These modes provided the most transit service and change over the time frame considered, 1995 through 2004. The remaining modes (aerial tramway, automated guideway, cable car, ferryboat, inclined plane, jitney, monorail, publico, trolleybus and alaska railroad) are combined in the single category “other”.
Rounding may lead to minor variations in total values from one table to another for similar data or may lead to instances where percentages may not add to 100. Due to rounding, percent changes may not match exactly the values calculated using the formatted figures shown in the exhibits.
All dollar amounts are the actual figures reported and have not been adjusted to reflect inflation for the timeframe considered (21.4 percent from 1996 through 2005).
For information about National Transit Database publications and training, see FTA’s website at
or visit the National Transit Database website at
Federal funds applied to transit are Federal Transit Administration (FTA) Urbanized Area Formula Program funds (financial assistance used to offset operating costs and pay for capital projects).
Unlinked passenger trips are the number of patrons boarding public transportation vehicles.
Ridership increased by 10 percent from 1985 to 2005. During the same period, Federal assistance applied to transit increased by nearly 105 percent.
Transit agencies that receive or benefit from Federal Transit Administration (FTA) Urbanized Area Formula Program funds (capital or operating) are required to report selected transit data to the National Transit Database (NTD) program. In addition, transit agencies not receiving FTA funds are encouraged to submit data, providing a more complete picture of public transit throughout the United States. These transit agencies report financial (capital and operating) data and non-financial operating statistics by transit mode. A total of 643 transit agencies reported data in 2005.
(*) Does not include agencies receiving reporting waivers
of Agencies Reporting 1996 — 2005
(*) Bus data does not include agencies receiving reporting waivers.
Vehicle revenue miles are the miles a transit vehicle travels while in revenue service. A transit vehicle is in revenue service when the vehicle is available to the public with the expectation of carrying passengers. Passengers pay full fares, reduced fares (senior citizen, student, special ride fares, etc.), or provide payment through some contractual agreement.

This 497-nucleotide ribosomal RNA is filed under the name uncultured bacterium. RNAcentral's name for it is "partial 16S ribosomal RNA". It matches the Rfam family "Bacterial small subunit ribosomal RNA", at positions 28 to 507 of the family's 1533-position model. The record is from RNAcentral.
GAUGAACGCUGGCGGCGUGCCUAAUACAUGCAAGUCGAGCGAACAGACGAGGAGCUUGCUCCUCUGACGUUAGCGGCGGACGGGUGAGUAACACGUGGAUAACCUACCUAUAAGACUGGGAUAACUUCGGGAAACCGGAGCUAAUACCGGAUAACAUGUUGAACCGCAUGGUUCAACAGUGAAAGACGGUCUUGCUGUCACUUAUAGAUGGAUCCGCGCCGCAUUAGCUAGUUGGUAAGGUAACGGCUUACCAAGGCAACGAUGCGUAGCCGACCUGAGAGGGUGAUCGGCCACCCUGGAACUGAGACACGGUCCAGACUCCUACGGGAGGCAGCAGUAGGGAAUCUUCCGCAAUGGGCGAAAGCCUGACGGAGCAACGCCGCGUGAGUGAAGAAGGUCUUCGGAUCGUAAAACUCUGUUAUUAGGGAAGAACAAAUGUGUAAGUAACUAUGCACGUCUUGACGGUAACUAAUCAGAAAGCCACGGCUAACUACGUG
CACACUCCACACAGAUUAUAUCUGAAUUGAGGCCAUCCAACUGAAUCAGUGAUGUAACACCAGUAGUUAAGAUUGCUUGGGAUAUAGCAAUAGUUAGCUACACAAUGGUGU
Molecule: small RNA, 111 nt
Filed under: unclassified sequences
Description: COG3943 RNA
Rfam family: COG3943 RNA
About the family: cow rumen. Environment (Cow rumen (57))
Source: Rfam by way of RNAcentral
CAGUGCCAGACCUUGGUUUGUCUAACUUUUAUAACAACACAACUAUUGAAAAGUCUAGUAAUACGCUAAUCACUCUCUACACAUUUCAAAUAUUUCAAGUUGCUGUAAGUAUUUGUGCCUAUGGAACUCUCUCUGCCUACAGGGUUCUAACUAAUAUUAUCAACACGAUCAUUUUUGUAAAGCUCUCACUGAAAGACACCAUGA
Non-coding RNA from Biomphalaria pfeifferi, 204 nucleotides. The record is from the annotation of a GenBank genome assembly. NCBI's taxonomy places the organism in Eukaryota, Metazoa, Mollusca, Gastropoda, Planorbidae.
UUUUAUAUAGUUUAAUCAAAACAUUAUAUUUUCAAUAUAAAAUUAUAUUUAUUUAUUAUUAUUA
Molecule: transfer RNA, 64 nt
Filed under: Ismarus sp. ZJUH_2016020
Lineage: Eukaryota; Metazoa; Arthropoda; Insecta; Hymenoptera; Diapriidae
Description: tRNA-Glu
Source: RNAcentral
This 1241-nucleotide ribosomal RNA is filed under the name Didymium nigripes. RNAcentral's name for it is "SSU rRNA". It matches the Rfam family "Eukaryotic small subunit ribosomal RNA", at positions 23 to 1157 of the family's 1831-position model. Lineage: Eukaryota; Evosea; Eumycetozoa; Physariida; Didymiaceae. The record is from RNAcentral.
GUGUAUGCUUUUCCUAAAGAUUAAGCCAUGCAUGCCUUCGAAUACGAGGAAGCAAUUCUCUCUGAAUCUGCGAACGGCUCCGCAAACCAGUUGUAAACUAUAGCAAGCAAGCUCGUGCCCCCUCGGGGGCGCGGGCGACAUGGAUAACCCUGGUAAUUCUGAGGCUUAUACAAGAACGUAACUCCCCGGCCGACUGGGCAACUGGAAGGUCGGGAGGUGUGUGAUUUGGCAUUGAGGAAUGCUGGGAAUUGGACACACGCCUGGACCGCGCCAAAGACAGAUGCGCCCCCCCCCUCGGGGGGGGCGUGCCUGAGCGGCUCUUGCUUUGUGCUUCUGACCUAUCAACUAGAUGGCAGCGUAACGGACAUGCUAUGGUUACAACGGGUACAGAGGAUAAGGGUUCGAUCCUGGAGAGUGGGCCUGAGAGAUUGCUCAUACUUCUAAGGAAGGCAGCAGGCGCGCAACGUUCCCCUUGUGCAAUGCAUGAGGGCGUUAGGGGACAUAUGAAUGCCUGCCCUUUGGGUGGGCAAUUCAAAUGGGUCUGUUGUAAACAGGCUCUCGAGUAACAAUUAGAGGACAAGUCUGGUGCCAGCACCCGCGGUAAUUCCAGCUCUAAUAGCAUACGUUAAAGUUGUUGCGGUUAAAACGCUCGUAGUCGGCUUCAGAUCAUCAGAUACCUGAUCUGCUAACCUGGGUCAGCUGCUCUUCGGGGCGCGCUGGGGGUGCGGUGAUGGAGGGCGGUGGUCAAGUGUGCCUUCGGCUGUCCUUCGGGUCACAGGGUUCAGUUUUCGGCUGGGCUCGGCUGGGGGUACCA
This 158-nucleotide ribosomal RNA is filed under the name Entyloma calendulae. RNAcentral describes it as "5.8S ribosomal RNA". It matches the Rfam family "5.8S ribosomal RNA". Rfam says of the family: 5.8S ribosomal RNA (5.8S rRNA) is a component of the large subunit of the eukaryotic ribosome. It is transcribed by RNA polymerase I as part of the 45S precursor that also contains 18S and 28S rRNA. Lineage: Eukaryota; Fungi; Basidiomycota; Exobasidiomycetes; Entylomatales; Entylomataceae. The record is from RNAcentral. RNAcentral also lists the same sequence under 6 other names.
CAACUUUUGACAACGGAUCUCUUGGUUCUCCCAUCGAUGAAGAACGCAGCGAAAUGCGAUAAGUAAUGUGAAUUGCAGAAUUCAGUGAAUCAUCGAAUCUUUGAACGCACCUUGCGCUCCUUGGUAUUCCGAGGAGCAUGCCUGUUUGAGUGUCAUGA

Deadhead travel is not included in vehicle revenue miles. Deadhead mileage consists of the miles a transit vehicle travels while not in revenue service (leaving or returning to the garage or yard or changing routes).
Vehicle revenue miles increased by nearly 31 percent between 1996 and 2005. Modes showing the most significant growth are those that had an increase in the number of systems in operation during the period.
Revenue Miles (Millions) 1996 — 2005
Ridership increased by nearly 21 percent from 1996 to 2005.
The share of vehicle revenue miles for demand response has steadily increased from slightly less than 11 percent in 1996 to 16 percent in 2005 while the share of vehicle revenue miles for bus decreased from 57 percent to 52 percent.
At the same time, the share of unlinked passenger trips for demand response remained below 1 percent, illustrating the low capacity nature of this service, while the share of unlinked passenger trips for bus decreased from nearly 62 percent in 1995 to 57 percent in 2004.
Distribution of Vehicle Revenue Miles
Distribution of Unlinked Passenger Trips
Urbanized areas (as defined by the U.S. Census) are geographic areas with a population of 50,000 or more. According to the 2000 U.S. Census, there are 465 urbanized areas. For National Transit Database purposes, the NTST groups urbanized areas by three size categories:
National Transit Database data are highly concentrated in large urbanized areas. The reported data most heavily concentrated in large urbanized areas are: